Hot Docs 2016 Review: Operation Avalanche


One of Werner Herzog’s many pieces of advice for filmmakers, documentary or otherwise, is to “carry bolt cutters everywhere.” With that in mind, Matt Johnson’s Operation Avalanche blurs a slew of ethical lines in the giddy cause of cinema-or-bust enthusiasm. He, quite convincingly, gets away with it too.

Set in 1967, as the US and Soviet space race phase of the cold war kicked into high gear, the faux 16mm doc follows two low level CIA agents, in the nascent A/V department of the spy organization, who are investigating whether or not Stanley Kubrick’s Dr. Strangelove was a piece of Soviet propaganda. After ‘proving’ that Kubrick is indeed not a spy, they get pulled into (or rather browbeat their way onto) a mission looking for a mole in NASA. The plan is to pose as film students making a documentary about the Apollo missions, get inside and bug some key players’ phones.

In fact, the filmmakers play the two lead film students in Operation Avalanche. Johnson along with his The Dirties co-creator, Owen Williams, and their tiny crew, did exactly the same thing to make this film. This creates a rabbit hole of life-imitating-art-imitating-ciniphilia perpetual motion machine that powers the film. How Johnson and company managed to catch the right people wearing clothes close enough to pass as period dress, and edit them into the film without any permissions, well, that remains for Lionsgate, who acquired the film, to perhaps legally smooth out as the film makes its way through the festival circuit to commercial release. Suffice it to say, the logistics of a micro-budget film to get impressive period production value in ‘hot’ locations which include inside NASA’s Huston Mission Control, London’s Shepperton Studios and a couple Toronto back lots.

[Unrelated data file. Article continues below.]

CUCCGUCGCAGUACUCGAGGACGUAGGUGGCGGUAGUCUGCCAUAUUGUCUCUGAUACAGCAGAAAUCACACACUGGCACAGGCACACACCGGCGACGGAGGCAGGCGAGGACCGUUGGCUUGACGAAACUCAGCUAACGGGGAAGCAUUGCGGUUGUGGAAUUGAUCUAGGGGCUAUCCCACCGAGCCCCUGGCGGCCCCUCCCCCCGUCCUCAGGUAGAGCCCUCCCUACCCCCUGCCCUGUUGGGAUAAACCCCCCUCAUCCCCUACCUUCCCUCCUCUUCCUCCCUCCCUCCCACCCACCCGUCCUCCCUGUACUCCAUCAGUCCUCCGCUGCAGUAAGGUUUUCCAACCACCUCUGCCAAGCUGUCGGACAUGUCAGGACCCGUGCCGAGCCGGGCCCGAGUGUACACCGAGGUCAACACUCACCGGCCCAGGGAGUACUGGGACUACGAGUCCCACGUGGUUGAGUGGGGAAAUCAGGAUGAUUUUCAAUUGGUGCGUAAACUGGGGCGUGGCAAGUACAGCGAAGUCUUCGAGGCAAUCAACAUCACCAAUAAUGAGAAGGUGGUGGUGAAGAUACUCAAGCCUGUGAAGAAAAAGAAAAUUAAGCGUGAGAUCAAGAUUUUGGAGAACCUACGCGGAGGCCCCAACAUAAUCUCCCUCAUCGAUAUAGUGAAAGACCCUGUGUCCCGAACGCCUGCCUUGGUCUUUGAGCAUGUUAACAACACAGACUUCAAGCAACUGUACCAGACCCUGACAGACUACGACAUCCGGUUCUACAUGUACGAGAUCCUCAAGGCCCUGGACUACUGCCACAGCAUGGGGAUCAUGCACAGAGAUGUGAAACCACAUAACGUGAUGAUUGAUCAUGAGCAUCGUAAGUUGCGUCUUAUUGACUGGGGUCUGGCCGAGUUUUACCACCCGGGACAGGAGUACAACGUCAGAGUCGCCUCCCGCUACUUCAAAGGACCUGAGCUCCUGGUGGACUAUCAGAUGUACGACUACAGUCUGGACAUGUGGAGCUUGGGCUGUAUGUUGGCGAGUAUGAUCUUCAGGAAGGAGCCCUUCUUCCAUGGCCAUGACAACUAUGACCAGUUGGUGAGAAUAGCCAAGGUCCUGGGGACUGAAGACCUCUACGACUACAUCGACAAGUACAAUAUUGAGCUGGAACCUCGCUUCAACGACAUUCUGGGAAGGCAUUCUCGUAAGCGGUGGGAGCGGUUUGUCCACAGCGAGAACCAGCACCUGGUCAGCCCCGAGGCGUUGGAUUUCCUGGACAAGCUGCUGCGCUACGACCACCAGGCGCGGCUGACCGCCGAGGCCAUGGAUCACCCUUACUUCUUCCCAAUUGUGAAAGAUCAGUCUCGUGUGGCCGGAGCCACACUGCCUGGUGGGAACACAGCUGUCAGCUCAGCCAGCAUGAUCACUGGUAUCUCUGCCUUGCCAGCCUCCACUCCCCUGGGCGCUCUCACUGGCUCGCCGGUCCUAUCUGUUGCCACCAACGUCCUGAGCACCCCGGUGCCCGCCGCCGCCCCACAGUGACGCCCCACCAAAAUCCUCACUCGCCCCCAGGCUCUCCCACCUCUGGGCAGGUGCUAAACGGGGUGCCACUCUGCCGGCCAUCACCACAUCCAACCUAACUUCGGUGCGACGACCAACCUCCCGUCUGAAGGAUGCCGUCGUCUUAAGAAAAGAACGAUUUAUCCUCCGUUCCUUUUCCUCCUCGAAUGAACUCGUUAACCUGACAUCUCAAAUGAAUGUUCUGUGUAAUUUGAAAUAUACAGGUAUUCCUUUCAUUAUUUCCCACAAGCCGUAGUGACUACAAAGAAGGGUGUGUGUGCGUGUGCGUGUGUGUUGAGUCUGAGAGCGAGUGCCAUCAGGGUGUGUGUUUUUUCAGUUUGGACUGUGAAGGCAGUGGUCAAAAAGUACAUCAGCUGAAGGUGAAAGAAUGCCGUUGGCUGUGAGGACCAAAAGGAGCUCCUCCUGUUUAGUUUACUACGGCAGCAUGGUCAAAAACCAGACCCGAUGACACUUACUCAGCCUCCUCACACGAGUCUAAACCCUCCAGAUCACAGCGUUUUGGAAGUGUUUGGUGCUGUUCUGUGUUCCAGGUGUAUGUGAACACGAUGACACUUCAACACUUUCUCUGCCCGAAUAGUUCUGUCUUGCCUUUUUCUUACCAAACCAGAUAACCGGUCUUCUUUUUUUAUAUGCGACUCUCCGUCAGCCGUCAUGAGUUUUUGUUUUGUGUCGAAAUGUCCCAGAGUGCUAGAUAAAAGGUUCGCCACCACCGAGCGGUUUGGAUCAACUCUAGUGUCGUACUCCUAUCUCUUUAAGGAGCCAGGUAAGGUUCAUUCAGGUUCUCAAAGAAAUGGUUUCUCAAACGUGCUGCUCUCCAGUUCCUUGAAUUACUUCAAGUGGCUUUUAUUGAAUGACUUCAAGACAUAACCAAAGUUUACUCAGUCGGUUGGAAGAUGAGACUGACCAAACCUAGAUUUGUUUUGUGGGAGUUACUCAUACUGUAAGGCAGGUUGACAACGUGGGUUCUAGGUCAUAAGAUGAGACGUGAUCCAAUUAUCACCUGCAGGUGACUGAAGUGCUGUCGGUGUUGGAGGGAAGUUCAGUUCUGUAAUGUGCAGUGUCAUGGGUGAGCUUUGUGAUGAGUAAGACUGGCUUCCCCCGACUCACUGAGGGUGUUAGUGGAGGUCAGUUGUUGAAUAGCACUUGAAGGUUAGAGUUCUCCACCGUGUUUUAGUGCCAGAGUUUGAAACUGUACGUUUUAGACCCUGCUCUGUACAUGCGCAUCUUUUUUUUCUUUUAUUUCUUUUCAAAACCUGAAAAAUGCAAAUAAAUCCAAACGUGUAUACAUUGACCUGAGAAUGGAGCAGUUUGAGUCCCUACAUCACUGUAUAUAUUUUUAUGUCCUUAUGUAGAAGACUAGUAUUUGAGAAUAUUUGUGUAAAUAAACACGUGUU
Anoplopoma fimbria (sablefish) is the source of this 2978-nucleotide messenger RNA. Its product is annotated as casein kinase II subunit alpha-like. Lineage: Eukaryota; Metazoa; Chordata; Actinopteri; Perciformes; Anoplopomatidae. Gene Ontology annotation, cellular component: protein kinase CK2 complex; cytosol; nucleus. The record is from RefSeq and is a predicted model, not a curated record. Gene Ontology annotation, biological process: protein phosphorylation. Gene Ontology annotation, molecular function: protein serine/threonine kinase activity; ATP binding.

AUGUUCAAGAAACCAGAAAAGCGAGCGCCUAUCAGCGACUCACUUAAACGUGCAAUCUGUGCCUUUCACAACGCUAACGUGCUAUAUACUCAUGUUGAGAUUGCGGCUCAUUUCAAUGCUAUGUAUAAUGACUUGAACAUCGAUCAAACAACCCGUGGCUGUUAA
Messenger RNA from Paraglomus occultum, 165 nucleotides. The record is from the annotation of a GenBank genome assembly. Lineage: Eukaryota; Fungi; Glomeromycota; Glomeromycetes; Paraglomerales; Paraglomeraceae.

Through a convoluted series of events that put these two spy/cinephiles (and some their CIA handlers) way in over their head, they are eventually tasked with faking a moon landing for NASA in a way that recalls Peter Hyam’s Capricorn One as much as it does Orson Welles F For Fake (although Johnson prefers a Steenbeck to a Moviola). A signature scene in the film involves them sneaking onto the set of 2001: A Space Odyssey and ‘stealing’ Kubrick’s execution of front projection. The scene is constructed through a marvellous series of special effects involving body doubles, a shit-ton of high resolution archival photos, and shoe-string ingenuity. Things have come a long way in 20 years that a such tiny film such as Operation Avalanche can outdo the whiz-bang archival integrations of something like Forrest Gump. Along with persuasively low-key special effects, it also doubles a love letter to a particular era of delightfully analog industriousness (see also: Berberian Sound Studio.)

Would you like to know more…?

Trailer: Kill The Messenger

It is telling that all of our ‘investigative journalism’ stories are now period pictures. Jeremy Renner here plays San Jose Mercury News reporter Gary Webb who uncovered the fact that the CIA was smuggling cocaine into the United States for the purposes of funding Central American Contra activities. (On a side note: This is also why former LA police detective Michael Ruppert turned down CIA appointments and became a full time investigative journalist and conspiracy researcher, and the subject of the 2009 film, Collapse. And while Ruppert is not in any way involved in this particular story, in real life, both Ruppert and Webb eventually committed suicide.)